South Africa: Mobile Entertainment 'To Be the Next Big Hit'
THE next best thing in cellphones is going to be entertainment-based, such as short movies and animation, says Emma Kaye, recently appointed Africa representative of the Mobile Entertainment Forum and CEO of Gate 7.
But she warns against adopting traditional models in SA.
That is because SA offers a unique market to this fast-growing segment of the industry.
The forum's members include some of the biggest entertainment and telephony companies such as Sony BMG, Nokia, Vodafone, Microsoft, Turkcell, Orange and Telefonika. It is the only trade organisation that represents key parties from the mobile entertainment sector, and its aim is to grow the industry.
In SA, cellphone penetration has reached more than 90% of the population, while the percentage with broadband connectivity is only 0,7%.
Kaye says that unlike western countries, cellphone technology in SA is leapfrogging traditional internet entertainment models such as fixed line and broadband. Therefore, new cellphone users going online with their phones cannot be expected to be as familiar with the internet as in other countries.
Because the cellphone is a communication and not a broadcasting tool, the aim should be to create indigenous entertainment and dialogue channels that users can identify with, she says. For example, the themes of the three top entertainment channels in India centre on religion, cricket and Bollywood.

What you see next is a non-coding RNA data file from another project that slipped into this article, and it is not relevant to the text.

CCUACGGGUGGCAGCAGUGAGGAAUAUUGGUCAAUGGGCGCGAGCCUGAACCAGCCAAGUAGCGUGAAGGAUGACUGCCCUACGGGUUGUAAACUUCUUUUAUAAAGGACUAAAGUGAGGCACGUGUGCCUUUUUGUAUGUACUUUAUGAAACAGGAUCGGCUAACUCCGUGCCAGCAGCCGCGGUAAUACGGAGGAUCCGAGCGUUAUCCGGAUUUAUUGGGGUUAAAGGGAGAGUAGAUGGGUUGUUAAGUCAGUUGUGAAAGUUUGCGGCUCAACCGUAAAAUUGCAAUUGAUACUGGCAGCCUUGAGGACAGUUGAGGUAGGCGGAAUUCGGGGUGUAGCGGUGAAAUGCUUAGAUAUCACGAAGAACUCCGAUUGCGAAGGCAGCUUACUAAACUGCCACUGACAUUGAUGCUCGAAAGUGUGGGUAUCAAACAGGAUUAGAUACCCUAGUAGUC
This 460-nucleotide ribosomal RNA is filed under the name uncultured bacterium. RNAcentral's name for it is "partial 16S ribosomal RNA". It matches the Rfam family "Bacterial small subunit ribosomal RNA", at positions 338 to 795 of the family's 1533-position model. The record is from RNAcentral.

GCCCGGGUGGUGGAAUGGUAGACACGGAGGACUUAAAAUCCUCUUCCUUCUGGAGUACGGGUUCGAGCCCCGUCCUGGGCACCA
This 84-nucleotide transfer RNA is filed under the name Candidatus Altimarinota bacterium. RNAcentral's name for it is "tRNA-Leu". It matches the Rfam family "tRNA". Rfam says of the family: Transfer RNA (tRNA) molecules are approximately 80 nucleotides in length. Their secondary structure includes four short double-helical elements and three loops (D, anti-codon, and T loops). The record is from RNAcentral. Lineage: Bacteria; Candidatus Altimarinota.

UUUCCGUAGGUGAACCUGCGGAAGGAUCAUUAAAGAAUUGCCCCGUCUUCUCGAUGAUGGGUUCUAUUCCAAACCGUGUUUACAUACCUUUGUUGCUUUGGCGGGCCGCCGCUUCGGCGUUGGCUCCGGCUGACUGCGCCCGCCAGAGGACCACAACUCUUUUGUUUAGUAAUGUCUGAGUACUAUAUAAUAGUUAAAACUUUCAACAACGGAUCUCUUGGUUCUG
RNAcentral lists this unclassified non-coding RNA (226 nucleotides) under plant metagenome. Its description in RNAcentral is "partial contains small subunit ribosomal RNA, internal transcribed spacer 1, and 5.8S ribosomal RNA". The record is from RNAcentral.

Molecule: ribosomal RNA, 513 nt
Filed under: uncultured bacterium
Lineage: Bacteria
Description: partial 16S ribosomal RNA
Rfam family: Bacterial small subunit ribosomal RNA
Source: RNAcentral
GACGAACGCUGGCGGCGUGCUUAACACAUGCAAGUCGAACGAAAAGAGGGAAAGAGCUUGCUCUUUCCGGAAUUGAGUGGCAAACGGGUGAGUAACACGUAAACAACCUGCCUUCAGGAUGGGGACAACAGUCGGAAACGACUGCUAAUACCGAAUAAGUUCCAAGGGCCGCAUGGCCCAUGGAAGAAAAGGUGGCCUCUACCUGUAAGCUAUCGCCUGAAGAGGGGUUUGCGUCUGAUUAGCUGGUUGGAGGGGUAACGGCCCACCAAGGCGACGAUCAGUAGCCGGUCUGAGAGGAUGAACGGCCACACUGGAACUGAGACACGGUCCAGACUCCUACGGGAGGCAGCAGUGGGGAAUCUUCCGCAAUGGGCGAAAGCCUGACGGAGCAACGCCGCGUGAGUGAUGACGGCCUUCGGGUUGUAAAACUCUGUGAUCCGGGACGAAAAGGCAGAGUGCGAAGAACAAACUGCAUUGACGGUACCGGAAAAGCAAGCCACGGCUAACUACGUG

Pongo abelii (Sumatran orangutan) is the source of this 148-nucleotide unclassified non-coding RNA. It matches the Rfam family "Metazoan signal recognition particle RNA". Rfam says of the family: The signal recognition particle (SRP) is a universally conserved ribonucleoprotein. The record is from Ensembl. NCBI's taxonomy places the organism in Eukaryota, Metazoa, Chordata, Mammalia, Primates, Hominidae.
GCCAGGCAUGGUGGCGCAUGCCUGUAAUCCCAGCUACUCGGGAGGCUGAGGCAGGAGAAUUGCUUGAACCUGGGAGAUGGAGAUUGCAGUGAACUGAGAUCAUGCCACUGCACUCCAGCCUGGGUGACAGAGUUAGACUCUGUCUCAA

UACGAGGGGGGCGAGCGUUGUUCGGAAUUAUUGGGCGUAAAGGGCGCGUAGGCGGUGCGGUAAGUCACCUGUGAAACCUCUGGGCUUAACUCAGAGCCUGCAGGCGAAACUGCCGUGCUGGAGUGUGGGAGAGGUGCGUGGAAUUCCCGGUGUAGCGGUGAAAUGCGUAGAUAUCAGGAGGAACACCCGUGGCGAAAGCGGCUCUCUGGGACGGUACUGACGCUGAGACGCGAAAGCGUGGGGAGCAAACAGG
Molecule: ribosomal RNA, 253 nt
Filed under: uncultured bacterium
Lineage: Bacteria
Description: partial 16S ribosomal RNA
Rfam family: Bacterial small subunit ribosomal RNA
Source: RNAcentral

The challenge is to find the characteristics in SA's multicultural society that individuals can identify with and communicate with as entertainment.
She says large corporations are moving swiftly to supply cellphone entertainment channels worldwide, using mostly re-purposed traditional entertainment . But Kaye believes this is being driven by people who do not necessarily know what SA's consumers, half of whom are under the age of 24, really want.
"One size does not fit all. It's like asking newspaper printers to write the newspaper."